Congress will be back in session this week, and the new Republican House majority is promising swift action to repeal health care reform. Many have also promised to vote against increasing the debt ceiling. Both these actions will get lots of attention in the weeks ahead. Both are substantively meaningless, and the Republicans know it. House Republicans might be able to repeal health care reform, but that repeal bill will most likely die in the Senate, and even if it passed the Senate, would be promptly vetoed. So the only purpose of the movement to repeal health care reform is to appease the new Republican representatives' constituents, and set up the issue for 2012, if they think it will have any traction at that time. As for voting against the debt ceiling, Republicans have made a sport out of this threat for decades (whenever they don't control the White House), but they always vote to increase the debt ceiling in the end. They have to, or they would cause financial chaos. Causing a big political showdown over the debt ceiling is just a way of avoiding facing the hard decisions about spending cuts and tax increases, which are what is what you would be talking about if you were actually serious about wanting to reduce the national debt. Which Congress is not, or else Congress would not last month have racked up the biggest bi-partisan majority of the year in favor of adding hundreds of billions more to the deficit in the form of tax breaks and unemployment benefits.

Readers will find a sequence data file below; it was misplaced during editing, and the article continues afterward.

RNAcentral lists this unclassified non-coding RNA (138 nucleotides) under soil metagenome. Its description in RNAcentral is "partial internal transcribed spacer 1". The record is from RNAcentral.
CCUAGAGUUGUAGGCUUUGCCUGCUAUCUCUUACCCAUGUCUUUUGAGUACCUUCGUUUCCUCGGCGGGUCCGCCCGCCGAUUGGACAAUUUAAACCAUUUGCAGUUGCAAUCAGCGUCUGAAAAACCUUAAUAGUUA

The last two years in Congress were years of great substantive accomplishment. The process was often ugly, but a lot got done. If the early talk is any indication, the next two years promise to be years of political grandstanding and theatre--all show and no substance. It will be surprising if this Congress creates any lasting legacies on the order of TARP, the stimulus, financial regulation, and health care reform. The funny thing is that the public, both the left and right, will probably like this Congress better than the last one. Liberals will not have to face their disappointment at the compromises necessary to pass reform legislation, and can direct their anger at the obstructionist opposition that will prevent pretty much anything from getting done. And conservatives will be happy that no big government programs will be launched, and will likewise be able to direct their anger at the Democrats (and some Republicans) who will prevent any radical Tea Party reforms from making any headway.
Maybe it's a good time to tone down the anger and outrage. To my Democratic friends, I would say, it's not necessary to make fun of John Boehner's name or impute dastardly plots to the House Republicans. They are just going to be doing what they believe they were elected to do. And maybe you can be a little more forgiving of the administration and Democratic Congressional leadership, because now the limits of their power should be more readily apparent to anyone. To my Republican friends, I would say, spare me your outrage at the Senate where many good House bills go to die. You've been killing Democratic House bills in the Senate for years. The best thing for everyone right now is probably to grab some popcorn, sit back, relax, and enjoy the show.